Kansas City, Mo. By early next spring, drivers on the interstates that surround Kansas City will know about how long they are going to be sitting behind a traffic accident or construction slowdown.
Improvements to the Kansas City Scout traffic management system will make the area one of 26 cities across the country able to give motorists travel times, the Federal Highway Administration said.
The large message boards over the interstate currently warn motorists about lane closures, crashes and construction but give no hint of how bad the backup may be.
"Right now, it's purely guesswork," said Kirk Herring, of Overland Park. "You can't tell whether you should jump off the highway or not."
Engineers at Kansas City Scout, which runs the message boards along with 90 traffic cameras, are installing the time software this month, at a cost of $240,000.
Other improvements also are planned, including allowing drivers to get e-mail traffic alerts for their customized routes. Drivers also can sign up for text-message alerts on their cell phones, pagers or BlackBerries.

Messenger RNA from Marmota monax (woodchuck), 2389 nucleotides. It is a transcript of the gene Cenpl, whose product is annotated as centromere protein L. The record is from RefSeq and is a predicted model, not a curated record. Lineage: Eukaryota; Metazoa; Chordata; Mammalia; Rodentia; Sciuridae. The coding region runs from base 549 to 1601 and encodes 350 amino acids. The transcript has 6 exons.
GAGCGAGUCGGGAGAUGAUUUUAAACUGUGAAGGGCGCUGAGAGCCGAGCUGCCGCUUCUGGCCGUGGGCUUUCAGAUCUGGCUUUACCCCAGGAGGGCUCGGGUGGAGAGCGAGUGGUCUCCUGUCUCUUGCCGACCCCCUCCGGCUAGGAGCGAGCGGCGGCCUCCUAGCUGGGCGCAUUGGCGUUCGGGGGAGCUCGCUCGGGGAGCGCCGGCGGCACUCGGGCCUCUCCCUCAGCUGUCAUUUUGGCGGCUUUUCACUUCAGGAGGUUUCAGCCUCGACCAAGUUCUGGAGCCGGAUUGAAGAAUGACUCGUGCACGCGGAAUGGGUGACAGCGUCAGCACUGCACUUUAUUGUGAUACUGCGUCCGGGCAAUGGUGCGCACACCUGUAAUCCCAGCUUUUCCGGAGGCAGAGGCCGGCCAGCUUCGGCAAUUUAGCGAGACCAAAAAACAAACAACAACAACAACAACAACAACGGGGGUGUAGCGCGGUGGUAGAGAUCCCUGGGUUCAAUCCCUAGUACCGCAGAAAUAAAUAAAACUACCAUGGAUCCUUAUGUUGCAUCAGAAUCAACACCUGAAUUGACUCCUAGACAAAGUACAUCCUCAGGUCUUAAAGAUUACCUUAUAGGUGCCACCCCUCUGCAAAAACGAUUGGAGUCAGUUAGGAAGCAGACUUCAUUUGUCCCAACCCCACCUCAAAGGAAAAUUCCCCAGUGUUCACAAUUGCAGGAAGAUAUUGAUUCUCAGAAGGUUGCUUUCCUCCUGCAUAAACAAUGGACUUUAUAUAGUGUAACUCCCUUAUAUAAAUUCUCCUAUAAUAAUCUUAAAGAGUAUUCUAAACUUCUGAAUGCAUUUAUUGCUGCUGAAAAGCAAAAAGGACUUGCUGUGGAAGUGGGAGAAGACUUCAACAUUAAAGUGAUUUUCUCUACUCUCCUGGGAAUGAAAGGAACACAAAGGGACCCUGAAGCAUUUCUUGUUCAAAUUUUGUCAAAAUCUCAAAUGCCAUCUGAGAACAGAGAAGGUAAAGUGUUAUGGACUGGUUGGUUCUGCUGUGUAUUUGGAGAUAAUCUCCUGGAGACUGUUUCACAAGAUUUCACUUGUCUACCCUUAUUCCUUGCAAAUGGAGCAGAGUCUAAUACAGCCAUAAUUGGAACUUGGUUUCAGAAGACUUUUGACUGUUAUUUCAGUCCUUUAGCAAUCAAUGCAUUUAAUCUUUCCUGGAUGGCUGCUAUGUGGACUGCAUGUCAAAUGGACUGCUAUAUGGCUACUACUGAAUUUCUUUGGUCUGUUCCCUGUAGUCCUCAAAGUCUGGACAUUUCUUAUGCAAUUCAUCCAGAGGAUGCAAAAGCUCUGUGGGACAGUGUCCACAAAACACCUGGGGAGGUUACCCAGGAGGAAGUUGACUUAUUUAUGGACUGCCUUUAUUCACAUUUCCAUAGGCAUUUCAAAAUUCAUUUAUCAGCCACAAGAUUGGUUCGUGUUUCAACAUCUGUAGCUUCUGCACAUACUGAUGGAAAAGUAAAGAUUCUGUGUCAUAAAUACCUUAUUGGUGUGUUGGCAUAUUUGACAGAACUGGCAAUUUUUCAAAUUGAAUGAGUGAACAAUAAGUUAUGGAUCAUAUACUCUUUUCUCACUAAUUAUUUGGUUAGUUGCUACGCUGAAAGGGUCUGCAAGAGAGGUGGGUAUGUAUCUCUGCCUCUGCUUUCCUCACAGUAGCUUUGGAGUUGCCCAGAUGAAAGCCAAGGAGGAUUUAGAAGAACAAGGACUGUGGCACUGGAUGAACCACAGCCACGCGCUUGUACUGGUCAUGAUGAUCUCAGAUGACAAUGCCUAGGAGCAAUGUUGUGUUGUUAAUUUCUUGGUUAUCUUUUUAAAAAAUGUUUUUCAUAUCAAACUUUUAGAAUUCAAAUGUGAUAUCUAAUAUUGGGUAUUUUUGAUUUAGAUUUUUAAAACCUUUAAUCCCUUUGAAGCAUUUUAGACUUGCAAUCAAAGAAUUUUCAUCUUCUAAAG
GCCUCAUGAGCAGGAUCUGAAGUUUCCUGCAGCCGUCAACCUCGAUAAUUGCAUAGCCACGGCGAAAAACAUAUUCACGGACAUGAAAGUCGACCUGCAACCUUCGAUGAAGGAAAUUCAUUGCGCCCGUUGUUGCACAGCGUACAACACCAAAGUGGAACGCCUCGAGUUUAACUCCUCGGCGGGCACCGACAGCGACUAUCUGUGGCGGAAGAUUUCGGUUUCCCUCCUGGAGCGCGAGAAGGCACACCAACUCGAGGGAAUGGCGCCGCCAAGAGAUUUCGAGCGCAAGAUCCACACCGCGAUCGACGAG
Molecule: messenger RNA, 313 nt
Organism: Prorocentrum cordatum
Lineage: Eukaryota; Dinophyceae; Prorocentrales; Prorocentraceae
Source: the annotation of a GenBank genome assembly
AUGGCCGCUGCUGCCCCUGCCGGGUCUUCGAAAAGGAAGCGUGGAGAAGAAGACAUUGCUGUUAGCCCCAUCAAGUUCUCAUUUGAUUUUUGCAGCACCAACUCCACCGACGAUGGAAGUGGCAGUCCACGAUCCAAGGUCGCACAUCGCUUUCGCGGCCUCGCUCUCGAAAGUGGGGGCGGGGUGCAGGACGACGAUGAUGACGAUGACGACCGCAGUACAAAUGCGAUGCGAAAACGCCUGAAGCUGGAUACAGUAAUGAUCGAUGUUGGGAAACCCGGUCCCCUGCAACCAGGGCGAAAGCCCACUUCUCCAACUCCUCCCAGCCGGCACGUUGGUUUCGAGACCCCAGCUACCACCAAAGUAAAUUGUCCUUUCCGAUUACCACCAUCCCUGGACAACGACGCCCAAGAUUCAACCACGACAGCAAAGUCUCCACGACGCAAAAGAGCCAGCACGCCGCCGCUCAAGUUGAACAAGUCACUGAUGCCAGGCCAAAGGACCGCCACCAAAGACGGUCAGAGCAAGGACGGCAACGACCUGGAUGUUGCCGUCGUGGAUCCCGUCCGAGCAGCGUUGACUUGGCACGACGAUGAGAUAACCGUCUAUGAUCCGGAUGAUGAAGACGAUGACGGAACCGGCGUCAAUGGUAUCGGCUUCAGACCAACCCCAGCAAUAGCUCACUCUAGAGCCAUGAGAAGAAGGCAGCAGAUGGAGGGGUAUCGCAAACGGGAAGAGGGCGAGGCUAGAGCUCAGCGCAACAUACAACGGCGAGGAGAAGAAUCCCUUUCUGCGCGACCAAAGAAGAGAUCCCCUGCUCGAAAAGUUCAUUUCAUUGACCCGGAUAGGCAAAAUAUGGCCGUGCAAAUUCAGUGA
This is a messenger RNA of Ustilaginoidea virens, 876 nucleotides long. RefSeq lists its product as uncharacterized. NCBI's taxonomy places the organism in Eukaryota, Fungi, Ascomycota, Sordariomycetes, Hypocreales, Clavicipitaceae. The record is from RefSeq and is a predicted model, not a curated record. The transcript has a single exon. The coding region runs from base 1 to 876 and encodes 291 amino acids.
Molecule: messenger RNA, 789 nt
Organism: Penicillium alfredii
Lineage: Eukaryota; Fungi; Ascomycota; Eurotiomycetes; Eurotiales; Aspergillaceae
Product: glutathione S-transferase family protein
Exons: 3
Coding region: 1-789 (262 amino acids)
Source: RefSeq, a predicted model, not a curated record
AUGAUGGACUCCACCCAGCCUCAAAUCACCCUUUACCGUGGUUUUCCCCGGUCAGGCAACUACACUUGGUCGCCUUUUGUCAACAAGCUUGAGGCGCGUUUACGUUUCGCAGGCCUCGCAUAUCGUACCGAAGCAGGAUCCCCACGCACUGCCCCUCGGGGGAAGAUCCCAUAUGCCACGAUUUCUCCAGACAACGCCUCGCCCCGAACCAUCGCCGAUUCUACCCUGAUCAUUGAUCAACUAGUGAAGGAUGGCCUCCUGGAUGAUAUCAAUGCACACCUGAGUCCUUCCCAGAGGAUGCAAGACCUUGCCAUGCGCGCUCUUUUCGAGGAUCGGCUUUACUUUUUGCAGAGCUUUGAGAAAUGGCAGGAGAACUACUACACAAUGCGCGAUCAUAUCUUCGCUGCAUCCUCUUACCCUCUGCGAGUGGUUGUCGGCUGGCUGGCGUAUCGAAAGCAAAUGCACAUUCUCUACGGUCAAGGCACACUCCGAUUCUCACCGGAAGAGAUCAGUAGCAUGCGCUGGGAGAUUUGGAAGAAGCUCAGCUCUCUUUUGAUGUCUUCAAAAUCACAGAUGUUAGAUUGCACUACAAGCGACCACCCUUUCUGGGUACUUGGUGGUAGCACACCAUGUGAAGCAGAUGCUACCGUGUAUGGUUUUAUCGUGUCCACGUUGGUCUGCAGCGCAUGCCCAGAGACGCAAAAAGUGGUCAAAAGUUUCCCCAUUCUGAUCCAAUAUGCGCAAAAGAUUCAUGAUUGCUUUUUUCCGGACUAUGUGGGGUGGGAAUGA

The system also will add more cameras next year, extending its reach to parts of Lenexa, Lee's Summit and Olathe. And a full complement of cameras, message boards and roadway sensors will be added to Interstate 635 in Kansas City, Kan.
Kansas City Scout, a $40 million system operated by the transportation departments in Kansas and Missouri, covers 90 miles of interstate, with 37 message boards around the metropolitan area.
Jerry Jones, of Kansas City, said he doesn't count on the signs for much information now, but he would pay attention to travel times.
"I just need to know how long I'm going to be in the car and how long am I going to be obstructed from getting from point A to point B," Jones said.
The travel times will be calculated by determining vehicle speeds from sensors embedded in the interstate pavement. But broken sensors can skew the calculations, which has caused problems in other cities.
Kansas City officials say they will stop posting travel times at certain locations if the sensors aren't functioning. And they will do extensive studies to verify the system's accuracy before launching the program.
"We realize when this becomes available it probably will be very popular," said Mark Sommerhauser, a project manager for Scout. "A lot of people will want it, and they'll want it every day. It will be unacceptable if we put on the sign that travel times are unavailable today."